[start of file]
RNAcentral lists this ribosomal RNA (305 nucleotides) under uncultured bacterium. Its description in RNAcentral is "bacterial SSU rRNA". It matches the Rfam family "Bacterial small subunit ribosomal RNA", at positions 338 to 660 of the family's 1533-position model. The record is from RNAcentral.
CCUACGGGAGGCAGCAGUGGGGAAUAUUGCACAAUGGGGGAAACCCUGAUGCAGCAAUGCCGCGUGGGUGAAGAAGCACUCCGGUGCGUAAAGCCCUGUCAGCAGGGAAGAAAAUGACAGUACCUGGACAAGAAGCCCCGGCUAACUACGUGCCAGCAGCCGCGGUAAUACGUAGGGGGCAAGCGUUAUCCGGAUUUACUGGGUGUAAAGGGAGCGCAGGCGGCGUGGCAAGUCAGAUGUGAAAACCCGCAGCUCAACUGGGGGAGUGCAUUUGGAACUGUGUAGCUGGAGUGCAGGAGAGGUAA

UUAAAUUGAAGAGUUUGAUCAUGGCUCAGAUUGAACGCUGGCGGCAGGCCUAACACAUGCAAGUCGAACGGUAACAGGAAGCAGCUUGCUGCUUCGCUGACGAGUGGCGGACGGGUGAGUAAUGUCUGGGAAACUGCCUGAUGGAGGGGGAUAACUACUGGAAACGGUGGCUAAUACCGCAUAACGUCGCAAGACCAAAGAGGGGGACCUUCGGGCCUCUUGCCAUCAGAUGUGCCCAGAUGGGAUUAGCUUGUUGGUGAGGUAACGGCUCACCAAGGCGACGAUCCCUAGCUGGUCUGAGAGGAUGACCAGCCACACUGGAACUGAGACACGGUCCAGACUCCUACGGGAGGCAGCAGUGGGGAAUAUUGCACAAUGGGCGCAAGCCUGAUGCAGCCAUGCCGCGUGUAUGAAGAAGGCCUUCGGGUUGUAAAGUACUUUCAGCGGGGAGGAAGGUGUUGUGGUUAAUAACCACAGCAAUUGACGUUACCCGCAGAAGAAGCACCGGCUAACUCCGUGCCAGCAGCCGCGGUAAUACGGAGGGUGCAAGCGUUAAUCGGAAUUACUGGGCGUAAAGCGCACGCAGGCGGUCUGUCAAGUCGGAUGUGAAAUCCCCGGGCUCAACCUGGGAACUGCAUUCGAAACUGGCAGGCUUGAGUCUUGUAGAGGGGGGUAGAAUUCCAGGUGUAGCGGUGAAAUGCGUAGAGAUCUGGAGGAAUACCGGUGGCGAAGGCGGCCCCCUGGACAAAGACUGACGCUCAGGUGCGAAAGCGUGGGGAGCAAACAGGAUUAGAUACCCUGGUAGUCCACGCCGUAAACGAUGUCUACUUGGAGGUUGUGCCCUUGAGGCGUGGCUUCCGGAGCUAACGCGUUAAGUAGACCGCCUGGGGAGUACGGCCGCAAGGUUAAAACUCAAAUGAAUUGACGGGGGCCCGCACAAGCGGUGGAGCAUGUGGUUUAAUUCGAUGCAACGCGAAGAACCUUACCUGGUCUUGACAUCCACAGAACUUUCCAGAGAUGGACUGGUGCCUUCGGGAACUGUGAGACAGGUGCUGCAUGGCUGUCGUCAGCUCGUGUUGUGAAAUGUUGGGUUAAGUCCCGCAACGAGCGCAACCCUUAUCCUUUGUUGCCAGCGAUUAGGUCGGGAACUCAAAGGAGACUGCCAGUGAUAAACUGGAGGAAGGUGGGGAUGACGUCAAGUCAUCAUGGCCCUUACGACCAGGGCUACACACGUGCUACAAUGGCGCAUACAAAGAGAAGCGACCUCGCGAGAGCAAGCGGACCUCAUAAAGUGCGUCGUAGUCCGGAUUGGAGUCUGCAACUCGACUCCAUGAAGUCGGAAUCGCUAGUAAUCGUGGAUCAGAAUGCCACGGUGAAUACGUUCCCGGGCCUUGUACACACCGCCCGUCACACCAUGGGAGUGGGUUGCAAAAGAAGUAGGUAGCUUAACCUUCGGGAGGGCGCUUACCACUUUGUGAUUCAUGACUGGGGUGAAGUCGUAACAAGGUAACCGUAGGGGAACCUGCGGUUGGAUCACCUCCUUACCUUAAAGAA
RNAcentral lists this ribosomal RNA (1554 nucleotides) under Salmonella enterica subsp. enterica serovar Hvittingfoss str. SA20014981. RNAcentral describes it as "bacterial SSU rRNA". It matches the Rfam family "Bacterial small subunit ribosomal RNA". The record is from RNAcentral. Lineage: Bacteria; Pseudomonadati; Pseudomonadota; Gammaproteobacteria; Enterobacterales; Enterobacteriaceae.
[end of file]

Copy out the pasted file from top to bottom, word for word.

RNAcentral lists this ribosomal RNA (305 nucleotides) under uncultured bacterium. Its description in RNAcentral is "bacterial SSU rRNA". It matches the Rfam family "Bacterial small subunit ribosomal RNA", at positions 338 to 660 of the family's 1533-position model. The record is from RNAcentral.
CCUACGGGAGGCAGCAGUGGGGAAUAUUGCACAAUGGGGGAAACCCUGAUGCAGCAAUGCCGCGUGGGUGAAGAAGCACUCCGGUGCGUAAAGCCCUGUCAGCAGGGAAGAAAAUGACAGUACCUGGACAAGAAGCCCCGGCUAACUACGUGCCAGCAGCCGCGGUAAUACGUAGGGGGCAAGCGUUAUCCGGAUUUACUGGGUGUAAAGGGAGCGCAGGCGGCGUGGCAAGUCAGAUGUGAAAACCCGCAGCUCAACUGGGGGAGUGCAUUUGGAACUGUGUAGCUGGAGUGCAGGAGAGGUAA

UUAAAUUGAAGAGUUUGAUCAUGGCUCAGAUUGAACGCUGGCGGCAGGCCUAACACAUGCAAGUCGAACGGUAACAGGAAGCAGCUUGCUGCUUCGCUGACGAGUGGCGGACGGGUGAGUAAUGUCUGGGAAACUGCCUGAUGGAGGGGGAUAACUACUGGAAACGGUGGCUAAUACCGCAUAACGUCGCAAGACCAAAGAGGGGGACCUUCGGGCCUCUUGCCAUCAGAUGUGCCCAGAUGGGAUUAGCUUGUUGGUGAGGUAACGGCUCACCAAGGCGACGAUCCCUAGCUGGUCUGAGAGGAUGACCAGCCACACUGGAACUGAGACACGGUCCAGACUCCUACGGGAGGCAGCAGUGGGGAAUAUUGCACAAUGGGCGCAAGCCUGAUGCAGCCAUGCCGCGUGUAUGAAGAAGGCCUUCGGGUUGUAAAGUACUUUCAGCGGGGAGGAAGGUGUUGUGGUUAAUAACCACAGCAAUUGACGUUACCCGCAGAAGAAGCACCGGCUAACUCCGUGCCAGCAGCCGCGGUAAUACGGAGGGUGCAAGCGUUAAUCGGAAUUACUGGGCGUAAAGCGCACGCAGGCGGUCUGUCAAGUCGGAUGUGAAAUCCCCGGGCUCAACCUGGGAACUGCAUUCGAAACUGGCAGGCUUGAGUCUUGUAGAGGGGGGUAGAAUUCCAGGUGUAGCGGUGAAAUGCGUAGAGAUCUGGAGGAAUACCGGUGGCGAAGGCGGCCCCCUGGACAAAGACUGACGCUCAGGUGCGAAAGCGUGGGGAGCAAACAGGAUUAGAUACCCUGGUAGUCCACGCCGUAAACGAUGUCUACUUGGAGGUUGUGCCCUUGAGGCGUGGCUUCCGGAGCUAACGCGUUAAGUAGACCGCCUGGGGAGUACGGCCGCAAGGUUAAAACUCAAAUGAAUUGACGGGGGCCCGCACAAGCGGUGGAGCAUGUGGUUUAAUUCGAUGCAACGCGAAGAACCUUACCUGGUCUUGACAUCCACAGAACUUUCCAGAGAUGGACUGGUGCCUUCGGGAACUGUGAGACAGGUGCUGCAUGGCUGUCGUCAGCUCGUGUUGUGAAAUGUUGGGUUAAGUCCCGCAACGAGCGCAACCCUUAUCCUUUGUUGCCAGCGAUUAGGUCGGGAACUCAAAGGAGACUGCCAGUGAUAAACUGGAGGAAGGUGGGGAUGACGUCAAGUCAUCAUGGCCCUUACGACCAGGGCUACACACGUGCUACAAUGGCGCAUACAAAGAGAAGCGACCUCGCGAGAGCAAGCGGACCUCAUAAAGUGCGUCGUAGUCCGGAUUGGAGUCUGCAACUCGACUCCAUGAAGUCGGAAUCGCUAGUAAUCGUGGAUCAGAAUGCCACGGUGAAUACGUUCCCGGGCCUUGUACACACCGCCCGUCACACCAUGGGAGUGGGUUGCAAAAGAAGUAGGUAGCUUAACCUUCGGGAGGGCGCUUACCACUUUGUGAUUCAUGACUGGGGUGAAGUCGUAACAAGGUAACCGUAGGGGAACCUGCGGUUGGAUCACCUCCUUACCUUAAAGAA
RNAcentral lists this ribosomal RNA (1554 nucleotides) under Salmonella enterica subsp. enterica serovar Hvittingfoss str. SA20014981. RNAcentral describes it as "bacterial SSU rRNA". It matches the Rfam family "Bacterial small subunit ribosomal RNA". The record is from RNAcentral. Lineage: Bacteria; Pseudomonadati; Pseudomonadota; Gammaproteobacteria; Enterobacterales; Enterobacteriaceae.